ISLAMABAD - The Islamabad High Court (IHC) Wednesday rejected a petition challenging the appointment of Shahzad Akbar as Advisor to the Prime Minister on Accountability and Interior and declared that appointment of an advisor is “exclusive discretion of the prime minister.”

It further declared that in this regard no eligibility criterion has been prescribed. “It is the exclusive prerogative of Prime minister to choose the person for rendering him advice and thus tendering advice regarding appointing the latter as an Adviser,” ruled the court.

In this matter, a single bench of IHC comprising Chief Justice of IHC Justice Athar Minallah announced his reserved judgment which he had reserved earlier after hearing the arguments in the petition filed by Syed Pervez Zahoor.

In the petition, he challenged the appointment of Mirza Shahzad Akbar as Adviser and as Chairman of the Assets Recovery Unit. The petitioner also asserted in his petition that Akbar is illegally exercising executive powers and that, allegedly, through abuse of his authority he is influencing the NAB and other investigating agencies.

The IHC bench observed that it is not the case of the petitioner that he was harmed by the exercise of executive authority by Akbar nor that his fundamental rights have been violated. There is no material attached with the petition in support of this assertion. Justice Athar noted in its verdict, “For the above reasons, the petition is disposed of with the expectation that Shahzad Akbar will advise the Prime Minister having regard to the status of an Adviser envisaged under the Constitution, read with the scheme of governance prescribed under the Rules of 1973.”

He added, “The petitioner has not placed on record any material in support of his contention that respondent Shahzad Akbar may have interfered with the matters which exclusively fall within the domain of the Bureau under the Ordinance of 1999 or the Agency under the Act of 1973. There is also nothing on record to indicate that the rights of the petitioner have been prejudiced by an act of respondent Shahzad Akbar  so as to treat him as an aggrieved person for the purposes of Article 199 of the Constitution.”

The IHC bench observed that with humility and reverence, the observations recorded by the learned High Court of Sindh in its judgment, dated 17.08.2020, are not enough for admitting this petition. It stated that the Prime Minister may tender advice to the President to appoint not more than five Advisers. The tendering of advice under Article 93 of the Constitution is within the exclusive discretion of the Prime Minister and in this regard no eligibility criterion has been prescribed.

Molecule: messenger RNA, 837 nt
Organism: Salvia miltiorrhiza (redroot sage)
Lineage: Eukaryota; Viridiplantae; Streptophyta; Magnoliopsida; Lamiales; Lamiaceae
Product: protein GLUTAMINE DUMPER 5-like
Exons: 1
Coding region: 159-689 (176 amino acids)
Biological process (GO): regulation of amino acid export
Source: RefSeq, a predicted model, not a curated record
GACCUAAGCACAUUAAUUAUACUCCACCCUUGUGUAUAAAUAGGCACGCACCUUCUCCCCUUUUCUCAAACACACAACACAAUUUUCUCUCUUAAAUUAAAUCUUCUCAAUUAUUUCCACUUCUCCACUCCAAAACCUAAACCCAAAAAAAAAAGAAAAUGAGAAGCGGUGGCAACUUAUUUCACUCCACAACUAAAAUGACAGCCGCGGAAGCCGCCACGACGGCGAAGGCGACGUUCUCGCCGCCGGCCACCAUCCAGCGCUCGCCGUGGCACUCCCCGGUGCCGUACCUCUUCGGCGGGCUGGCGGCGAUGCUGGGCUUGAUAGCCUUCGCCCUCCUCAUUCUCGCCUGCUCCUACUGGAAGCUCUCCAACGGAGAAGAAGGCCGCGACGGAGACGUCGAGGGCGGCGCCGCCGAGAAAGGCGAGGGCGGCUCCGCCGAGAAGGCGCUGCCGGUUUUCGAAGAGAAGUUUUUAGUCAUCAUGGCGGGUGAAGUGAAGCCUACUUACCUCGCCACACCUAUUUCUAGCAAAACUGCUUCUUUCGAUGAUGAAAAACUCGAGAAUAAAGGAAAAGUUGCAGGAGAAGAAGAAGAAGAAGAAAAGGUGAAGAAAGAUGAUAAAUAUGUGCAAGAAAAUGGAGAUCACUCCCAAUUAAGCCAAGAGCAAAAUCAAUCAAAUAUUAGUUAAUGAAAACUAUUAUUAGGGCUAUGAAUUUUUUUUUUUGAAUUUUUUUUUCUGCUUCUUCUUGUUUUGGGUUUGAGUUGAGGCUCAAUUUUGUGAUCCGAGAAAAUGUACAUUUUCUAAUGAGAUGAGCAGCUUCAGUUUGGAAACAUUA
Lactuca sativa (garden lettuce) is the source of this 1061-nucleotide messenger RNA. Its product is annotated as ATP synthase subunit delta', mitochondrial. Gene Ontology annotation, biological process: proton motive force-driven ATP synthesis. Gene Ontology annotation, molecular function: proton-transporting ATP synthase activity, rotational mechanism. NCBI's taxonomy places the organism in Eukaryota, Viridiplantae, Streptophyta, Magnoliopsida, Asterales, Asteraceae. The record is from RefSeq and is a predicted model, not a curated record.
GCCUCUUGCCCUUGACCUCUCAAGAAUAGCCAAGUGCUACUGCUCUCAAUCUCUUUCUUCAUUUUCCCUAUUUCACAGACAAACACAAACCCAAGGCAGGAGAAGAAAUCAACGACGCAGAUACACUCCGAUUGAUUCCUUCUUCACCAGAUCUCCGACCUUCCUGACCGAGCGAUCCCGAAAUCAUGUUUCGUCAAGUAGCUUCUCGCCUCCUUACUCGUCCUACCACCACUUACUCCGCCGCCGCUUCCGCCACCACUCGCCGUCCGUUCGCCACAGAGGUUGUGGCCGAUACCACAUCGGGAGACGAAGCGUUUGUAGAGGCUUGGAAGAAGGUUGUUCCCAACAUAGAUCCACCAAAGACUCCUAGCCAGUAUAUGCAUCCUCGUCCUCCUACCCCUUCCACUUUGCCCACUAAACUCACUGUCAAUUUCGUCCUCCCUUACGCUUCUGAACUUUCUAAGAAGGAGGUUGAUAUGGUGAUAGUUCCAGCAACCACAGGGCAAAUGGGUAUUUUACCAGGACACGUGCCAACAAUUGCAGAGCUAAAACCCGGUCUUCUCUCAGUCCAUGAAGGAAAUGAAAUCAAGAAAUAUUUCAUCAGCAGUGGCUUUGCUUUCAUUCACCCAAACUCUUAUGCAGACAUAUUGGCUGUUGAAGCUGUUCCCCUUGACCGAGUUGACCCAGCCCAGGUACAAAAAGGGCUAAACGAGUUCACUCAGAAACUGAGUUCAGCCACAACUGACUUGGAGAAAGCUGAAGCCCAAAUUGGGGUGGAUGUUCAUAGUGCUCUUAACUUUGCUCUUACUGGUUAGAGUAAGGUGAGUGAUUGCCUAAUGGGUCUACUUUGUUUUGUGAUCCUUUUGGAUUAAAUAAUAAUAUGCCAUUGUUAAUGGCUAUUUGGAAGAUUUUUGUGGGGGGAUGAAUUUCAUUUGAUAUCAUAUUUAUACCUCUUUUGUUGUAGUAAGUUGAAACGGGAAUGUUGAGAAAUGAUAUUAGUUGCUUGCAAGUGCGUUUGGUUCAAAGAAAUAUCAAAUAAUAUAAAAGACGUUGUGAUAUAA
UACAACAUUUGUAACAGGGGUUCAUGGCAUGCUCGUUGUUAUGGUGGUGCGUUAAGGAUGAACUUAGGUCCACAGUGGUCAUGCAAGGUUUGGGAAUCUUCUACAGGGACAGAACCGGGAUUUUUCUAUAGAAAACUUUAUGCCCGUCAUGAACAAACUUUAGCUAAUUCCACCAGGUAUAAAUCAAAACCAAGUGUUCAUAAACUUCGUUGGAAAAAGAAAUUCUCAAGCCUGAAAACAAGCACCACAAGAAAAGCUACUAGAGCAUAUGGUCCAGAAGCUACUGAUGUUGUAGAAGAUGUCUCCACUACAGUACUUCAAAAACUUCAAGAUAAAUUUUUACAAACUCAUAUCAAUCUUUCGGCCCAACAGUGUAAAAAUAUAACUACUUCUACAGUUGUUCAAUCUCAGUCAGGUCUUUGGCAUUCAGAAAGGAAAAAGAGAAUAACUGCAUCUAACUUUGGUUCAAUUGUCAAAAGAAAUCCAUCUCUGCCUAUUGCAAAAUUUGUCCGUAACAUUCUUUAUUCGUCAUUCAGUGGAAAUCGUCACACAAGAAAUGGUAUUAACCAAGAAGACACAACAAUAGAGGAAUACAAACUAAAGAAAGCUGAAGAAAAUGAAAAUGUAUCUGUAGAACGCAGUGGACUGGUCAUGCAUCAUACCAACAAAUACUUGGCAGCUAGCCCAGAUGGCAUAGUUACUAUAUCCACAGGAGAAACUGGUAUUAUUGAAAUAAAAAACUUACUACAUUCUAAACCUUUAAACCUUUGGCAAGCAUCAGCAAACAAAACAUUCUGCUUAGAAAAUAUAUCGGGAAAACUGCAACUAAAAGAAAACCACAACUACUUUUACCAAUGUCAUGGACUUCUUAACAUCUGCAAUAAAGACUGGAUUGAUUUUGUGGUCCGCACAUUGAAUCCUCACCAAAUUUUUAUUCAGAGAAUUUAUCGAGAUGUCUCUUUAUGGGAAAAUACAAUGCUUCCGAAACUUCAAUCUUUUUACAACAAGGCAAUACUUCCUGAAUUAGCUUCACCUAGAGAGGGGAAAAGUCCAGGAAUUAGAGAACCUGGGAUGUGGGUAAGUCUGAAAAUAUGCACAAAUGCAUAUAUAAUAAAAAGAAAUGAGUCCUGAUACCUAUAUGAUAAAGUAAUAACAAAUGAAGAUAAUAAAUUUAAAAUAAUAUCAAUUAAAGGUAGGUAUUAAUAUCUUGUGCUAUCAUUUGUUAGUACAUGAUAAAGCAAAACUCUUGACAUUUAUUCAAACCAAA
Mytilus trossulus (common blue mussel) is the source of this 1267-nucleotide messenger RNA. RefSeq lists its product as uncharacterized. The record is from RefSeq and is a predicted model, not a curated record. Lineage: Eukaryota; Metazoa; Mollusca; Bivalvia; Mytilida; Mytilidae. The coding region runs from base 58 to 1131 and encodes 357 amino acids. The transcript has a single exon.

It further said, “A Court cannot substitute its own opinion with that of the Prime Minister and the matter thus falls outside the ambit of justiciability.”

Mentioning a judgment of the High Court of Sindh, the court stated that an Advisor is a person who merely gives advice in a particular field. An Advisor, therefore, cannot be given nor can the latter exercise powers or perform functions in derogation of the mandatory scheme of the Rules of 1973 read with the provisions of the Constitution. 

The IHC bench further said that as already noted above, the objection regarding Akbar’s appointment as Chairman of the Assets Recovery Unit cannot be considered because it had been raised before the august Supreme Court and the detailed judgment in the matter is awaited. No case at this stage is made out for issuance of a writ of quo warranto in relation to the appointment of Akbar as an Advisor because neither has a relevant ground been raised nor has material been placed on record for admitting the petition to regular hearing.

The IHC Chief Justice also noted that the Bureau has been established under the NAB Ordinance, 1999. “An Adviser appointed under Article 93 of the Constitution does not have any power whatsoever to, directly or indirectly, instruct, dictate or in any other manner interfere with the powers conferred in the Bureau under the Ordinance of 1999. Likewise, the FIA has been established under the Federal Investigation Agency Act 1974,” maintained the judge.

Chief Justice Athar maintained, “An Advisor is not a member of the Federal Cabinet nor entitled to attend its meetings except when required to do so by the Prime Minister.”